Ryan Fleming's MS in IoT is an ECE First

Ryan Fleming's MS in IoT is an ECE First

Ryan Fleming sparked a new tradition at ECE when he became its first student to earn an online master's degree in Computer Engineering in The Internet of Things (IoT). But looking back, Ryan says his journey was anything but traditional.

Please click this sentence to read the latest blog post featuring interviews with Ryan Fleming, and Alexis Alulema-Flores. Many thanks to Rick Robb, Sr. Student Success Specialist at UNM Online for sharing this great story with ECE!

"I would consider myself a traditional student now, but I took a slightly strange road to get here," said the 27-year-old R&D engineering professional from his home in Los Alamos.

"I grew up in a very chaotic and unhealthy environment as a kid, so it meant quite a bit to be able to escape that cycle and move forward in my life."    

Ryan drove 20 miles each way to Eldorado High from his home in Peralta, New Mexico, a town of 3,500 located outside of Los Lunas. Meanwhile, his folks worked their way through a messy divorce, and he learned how to survive in an abusive home environment, tainted with drug abuse.  

Ryan always loved computers. He grew up playing older video games on a Windows 98 machine and dreamt of making "the next big video game." And, as he got older, he segued into the study of computer programming.

"I found that I enjoyed solving different, sometimes abstract, problems via code. It was easy to get my mind into a very relaxing meditative state where things started to flow. I would highly recommend this path to others, but only if they enjoy it."

Ryan feels that a person should carefully examine their motivations for becoming an engineer.   

"I know plenty of people who wanted to get into engineering because it pays well, only to drop out because they didn’t have the passion for it," he said.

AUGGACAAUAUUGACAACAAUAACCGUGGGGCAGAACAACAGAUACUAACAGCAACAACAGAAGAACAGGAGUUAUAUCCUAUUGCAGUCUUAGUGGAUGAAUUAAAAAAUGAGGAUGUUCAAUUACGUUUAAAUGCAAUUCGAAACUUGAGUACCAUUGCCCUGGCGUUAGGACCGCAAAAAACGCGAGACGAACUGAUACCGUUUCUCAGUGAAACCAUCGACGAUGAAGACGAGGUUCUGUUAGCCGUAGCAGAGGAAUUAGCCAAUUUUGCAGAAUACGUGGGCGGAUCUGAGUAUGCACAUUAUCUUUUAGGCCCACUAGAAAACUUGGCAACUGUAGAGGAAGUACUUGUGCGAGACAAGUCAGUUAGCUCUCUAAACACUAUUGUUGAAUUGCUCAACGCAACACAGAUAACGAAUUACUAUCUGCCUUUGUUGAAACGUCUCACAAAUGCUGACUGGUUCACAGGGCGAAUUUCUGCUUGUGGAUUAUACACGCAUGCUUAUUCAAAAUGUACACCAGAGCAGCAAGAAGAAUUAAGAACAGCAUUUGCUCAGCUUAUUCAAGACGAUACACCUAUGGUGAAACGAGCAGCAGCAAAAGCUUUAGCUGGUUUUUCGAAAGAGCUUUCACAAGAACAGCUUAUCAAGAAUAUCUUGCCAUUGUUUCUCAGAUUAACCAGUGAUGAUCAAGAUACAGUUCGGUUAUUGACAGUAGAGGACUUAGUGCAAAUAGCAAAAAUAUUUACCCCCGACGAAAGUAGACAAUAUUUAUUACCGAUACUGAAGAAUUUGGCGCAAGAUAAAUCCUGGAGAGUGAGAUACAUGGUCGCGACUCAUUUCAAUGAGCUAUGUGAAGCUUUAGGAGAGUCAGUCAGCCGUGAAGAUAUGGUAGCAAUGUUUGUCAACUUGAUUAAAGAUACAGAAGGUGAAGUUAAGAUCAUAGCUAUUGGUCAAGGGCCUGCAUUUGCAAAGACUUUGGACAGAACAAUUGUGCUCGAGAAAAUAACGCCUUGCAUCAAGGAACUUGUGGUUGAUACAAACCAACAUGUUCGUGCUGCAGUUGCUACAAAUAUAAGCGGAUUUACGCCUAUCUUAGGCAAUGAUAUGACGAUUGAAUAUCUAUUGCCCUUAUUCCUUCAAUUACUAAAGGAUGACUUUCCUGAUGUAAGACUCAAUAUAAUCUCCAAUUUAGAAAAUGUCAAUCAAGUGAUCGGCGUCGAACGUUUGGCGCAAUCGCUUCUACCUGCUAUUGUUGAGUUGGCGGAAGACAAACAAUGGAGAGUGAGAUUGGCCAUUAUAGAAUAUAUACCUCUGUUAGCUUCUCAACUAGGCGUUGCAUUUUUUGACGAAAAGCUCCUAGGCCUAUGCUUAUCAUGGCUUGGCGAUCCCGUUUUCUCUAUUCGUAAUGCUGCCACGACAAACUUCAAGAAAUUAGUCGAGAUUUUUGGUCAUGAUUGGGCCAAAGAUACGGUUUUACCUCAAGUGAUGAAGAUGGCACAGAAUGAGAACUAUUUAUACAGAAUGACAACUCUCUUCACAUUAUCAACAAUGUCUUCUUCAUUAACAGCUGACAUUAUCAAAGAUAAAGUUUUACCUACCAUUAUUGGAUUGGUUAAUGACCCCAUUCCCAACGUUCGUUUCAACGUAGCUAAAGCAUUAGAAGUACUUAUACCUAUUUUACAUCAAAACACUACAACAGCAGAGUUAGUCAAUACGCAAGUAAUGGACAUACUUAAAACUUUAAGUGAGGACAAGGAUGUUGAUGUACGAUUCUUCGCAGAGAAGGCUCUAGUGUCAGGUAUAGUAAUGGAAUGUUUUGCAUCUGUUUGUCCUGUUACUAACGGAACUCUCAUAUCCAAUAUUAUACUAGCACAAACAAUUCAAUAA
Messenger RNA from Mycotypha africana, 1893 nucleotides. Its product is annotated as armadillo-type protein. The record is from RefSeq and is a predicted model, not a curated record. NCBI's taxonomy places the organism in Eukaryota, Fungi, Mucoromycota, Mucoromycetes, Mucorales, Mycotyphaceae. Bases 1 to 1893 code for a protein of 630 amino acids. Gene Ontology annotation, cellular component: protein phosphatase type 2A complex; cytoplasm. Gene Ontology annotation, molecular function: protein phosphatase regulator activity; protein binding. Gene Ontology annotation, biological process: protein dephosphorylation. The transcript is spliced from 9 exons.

Ryan did not attend any courses in person at ECE because he worked full time during his entire degree path.

"Because my courses were online, I had the flexibility to get them done from home whenever I had free moments, and this was critical in me being able to complete the degree in a reasonable amount of time," Ryan said.

"I felt comfortable with all the online courses and feel that the program did a good job setting up their courses to be self-paced. The professor I got to know the most was Jim Plusquellic: I took several courses from him and was able to work with him one-on-one during this final semester in support of some of his research."

Ryan plans to get a Ph.D. someday, but probably not in Computer Engineering. "My ultimate goal is to get it in something like Neuroscience and meld my knowledge of computers with newfound knowledge of the brain to try and better understand what makes all of us tick."

Ryan SnowboardingTechnically, Ryan's Degree is a "Master's in Computer Engineering with a focus on the Internet of Things." That means he has a recognized MS in Computer Engineering, but many of his courses were directly related to IoT.

The Internet of Things is a network of many devices all connected via the Internet. Some of these things are in our everyday life, ranging from smart cars, smart light bulbs, smart TVs, or almost anything with the word "smart" in front of it. They provide more convenience to many of us and offers enhanced security (we have all seen the doorbell cameras, etc.).

"The cool part about IoT is that with all of these connected devices, there is an endless number of possibilities for innovation," Ryan said.

Ryan Fleming works at Los Alamos National Labs and his title is Engineering Technologist 1, but the successful completion of his master's degree puts him in line for a promotion to Research and Development Engineer.

"Most of what I do relies on working with particle accelerator physicists to bring experimental ideas into reality, via programming, automation, and different data acquisition techniques," said Ryan.

"On a typical day at work, I could spend time wiring up different devices, building vacuum chambers, running high energy experiments, programming, or writing papers about some recent results."

Thanks to hard work and diligence, things are looking up for Ryan, who spends almost all his free time these days snowboarding, but his orbit is looking pretty good, as well.

Ryan and his wife, Mikala, are expecting their first child in May of 2021. The couple has been together now for just over ten years.

"We started dating in high school and are one of those weird couples that stuck together," Ryan said, laughing.